Victoria Claflin Woodhull Victoria Claflin Woodhull
by Cat Clark

In 1872, anti-abortion feminist Victoria Claflin Woodhull became the first woman to be nominated and to run for President of the United States.

Victoria Claflin Woodhull (1838-1927) was a popular and controversial figure in her day. She was a prominent speaker, writer, and activist for women’s rights; one of the first women stockbrokers; and a newspaper publisher.

Woodhull and her sister Tennessee Claflin opened Woodhull, Claflin & Co., Bankers and Brokers, in New York in 1870. Their radical political reform newspaper, Woodhull & Claflin’s Weekly, began publication the same year and continued for six.

Woodhull was nominated as a presidential candidate by the Equal Rights Party in 1872. The Party nominated former slave, abolitionist, women’s rights advocate, statesman, and author Frederick Douglass for Vice President. Though Douglass did not acknowledge his nomination, Woodhull actively campaigned for the presidency, arguing that women already had the right to vote according to the 15th and 16th Amendments to the U.S. Constitution. (Women’s right to vote was not officially recognized until passage of the 19th Amendment in 1920.)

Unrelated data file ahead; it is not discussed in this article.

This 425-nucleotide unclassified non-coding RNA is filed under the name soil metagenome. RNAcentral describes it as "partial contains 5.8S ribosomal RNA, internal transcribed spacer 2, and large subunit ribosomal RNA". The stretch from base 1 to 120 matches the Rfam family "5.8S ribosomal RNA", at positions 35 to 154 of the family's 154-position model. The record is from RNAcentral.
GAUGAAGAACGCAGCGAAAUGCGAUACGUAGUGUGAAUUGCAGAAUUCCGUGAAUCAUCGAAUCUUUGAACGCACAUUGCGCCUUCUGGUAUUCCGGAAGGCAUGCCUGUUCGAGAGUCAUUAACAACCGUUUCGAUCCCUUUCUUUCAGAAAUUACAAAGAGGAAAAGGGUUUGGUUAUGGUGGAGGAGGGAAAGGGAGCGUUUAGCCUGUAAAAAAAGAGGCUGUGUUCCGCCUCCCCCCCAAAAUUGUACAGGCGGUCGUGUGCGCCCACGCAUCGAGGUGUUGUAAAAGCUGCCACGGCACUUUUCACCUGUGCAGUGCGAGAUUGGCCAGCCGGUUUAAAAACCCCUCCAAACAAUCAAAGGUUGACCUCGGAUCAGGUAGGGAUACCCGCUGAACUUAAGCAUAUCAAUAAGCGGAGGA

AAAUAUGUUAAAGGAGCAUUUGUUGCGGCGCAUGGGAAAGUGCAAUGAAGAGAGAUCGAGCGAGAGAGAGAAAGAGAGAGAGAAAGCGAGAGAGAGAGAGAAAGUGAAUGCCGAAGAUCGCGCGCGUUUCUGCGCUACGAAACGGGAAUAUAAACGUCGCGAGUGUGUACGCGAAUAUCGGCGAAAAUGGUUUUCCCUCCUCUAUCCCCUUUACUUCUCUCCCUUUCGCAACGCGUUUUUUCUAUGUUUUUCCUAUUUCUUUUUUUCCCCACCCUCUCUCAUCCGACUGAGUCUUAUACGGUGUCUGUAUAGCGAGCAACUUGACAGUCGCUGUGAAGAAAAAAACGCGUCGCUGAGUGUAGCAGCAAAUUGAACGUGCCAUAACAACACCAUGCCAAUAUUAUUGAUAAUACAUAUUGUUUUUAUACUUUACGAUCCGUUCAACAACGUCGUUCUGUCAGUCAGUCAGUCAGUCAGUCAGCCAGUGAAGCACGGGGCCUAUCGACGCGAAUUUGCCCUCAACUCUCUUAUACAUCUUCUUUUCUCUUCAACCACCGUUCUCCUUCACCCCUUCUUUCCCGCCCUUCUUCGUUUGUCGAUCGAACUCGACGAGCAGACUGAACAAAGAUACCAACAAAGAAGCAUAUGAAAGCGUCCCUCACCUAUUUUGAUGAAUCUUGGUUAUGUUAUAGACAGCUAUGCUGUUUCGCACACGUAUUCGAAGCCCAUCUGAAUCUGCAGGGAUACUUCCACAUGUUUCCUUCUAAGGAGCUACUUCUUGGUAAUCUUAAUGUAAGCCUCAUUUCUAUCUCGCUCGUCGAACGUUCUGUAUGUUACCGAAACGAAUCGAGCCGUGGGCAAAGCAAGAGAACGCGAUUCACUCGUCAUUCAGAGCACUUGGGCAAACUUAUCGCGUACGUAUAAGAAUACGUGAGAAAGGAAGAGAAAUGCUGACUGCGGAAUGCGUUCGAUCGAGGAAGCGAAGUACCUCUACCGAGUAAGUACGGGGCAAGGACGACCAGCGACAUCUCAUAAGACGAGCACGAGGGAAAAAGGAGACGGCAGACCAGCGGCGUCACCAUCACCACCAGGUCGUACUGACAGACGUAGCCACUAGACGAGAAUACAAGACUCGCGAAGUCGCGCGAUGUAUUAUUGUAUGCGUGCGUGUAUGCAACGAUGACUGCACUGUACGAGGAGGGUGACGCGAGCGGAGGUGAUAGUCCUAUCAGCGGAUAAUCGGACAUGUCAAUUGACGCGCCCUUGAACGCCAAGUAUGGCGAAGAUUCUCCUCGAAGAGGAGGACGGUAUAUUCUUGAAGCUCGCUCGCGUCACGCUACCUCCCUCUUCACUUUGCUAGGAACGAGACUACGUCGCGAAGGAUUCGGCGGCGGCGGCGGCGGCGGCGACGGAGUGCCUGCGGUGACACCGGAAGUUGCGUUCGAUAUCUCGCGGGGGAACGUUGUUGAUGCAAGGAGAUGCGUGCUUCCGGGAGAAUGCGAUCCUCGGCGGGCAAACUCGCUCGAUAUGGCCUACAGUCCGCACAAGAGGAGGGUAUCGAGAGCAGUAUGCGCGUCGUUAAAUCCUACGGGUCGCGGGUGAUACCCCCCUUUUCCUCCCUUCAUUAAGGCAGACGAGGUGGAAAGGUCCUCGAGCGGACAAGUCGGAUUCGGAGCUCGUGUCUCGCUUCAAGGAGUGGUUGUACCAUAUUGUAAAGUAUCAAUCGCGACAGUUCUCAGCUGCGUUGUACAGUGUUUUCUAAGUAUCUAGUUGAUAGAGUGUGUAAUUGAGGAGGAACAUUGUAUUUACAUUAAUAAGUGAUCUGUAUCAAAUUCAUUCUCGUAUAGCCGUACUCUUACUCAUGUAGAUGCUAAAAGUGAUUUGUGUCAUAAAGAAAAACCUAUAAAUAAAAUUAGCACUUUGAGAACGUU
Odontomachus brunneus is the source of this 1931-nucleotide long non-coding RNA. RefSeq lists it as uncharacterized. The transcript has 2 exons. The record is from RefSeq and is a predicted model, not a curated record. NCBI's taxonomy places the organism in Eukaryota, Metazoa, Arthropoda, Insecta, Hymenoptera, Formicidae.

There is no question that Woodhull’s commitment to equal rights for all people extended to children in the womb. “The rights of children, then, as individuals,” an editorial on children’s rights, boldly stated, “begin while they yet remain the fœtus.” Another “special editorial,” under the heading “When Is It Not Murder to Take Life?” argued:

Every one will concede that it is murder to take the life of a human being. But the very pertinent question arises just here, when does human life begin? The beating of the heart, modern science tells us, never begins; that is to say, there is no time in the whole process of the growth of the human body from the moment of conception until death, that pulsations of life are not present in what is to develop into the perfected body. Where, then, shall the line be drawn, on one side of which it shall be murder to cause these pulsations to cease, and upon the other not murder?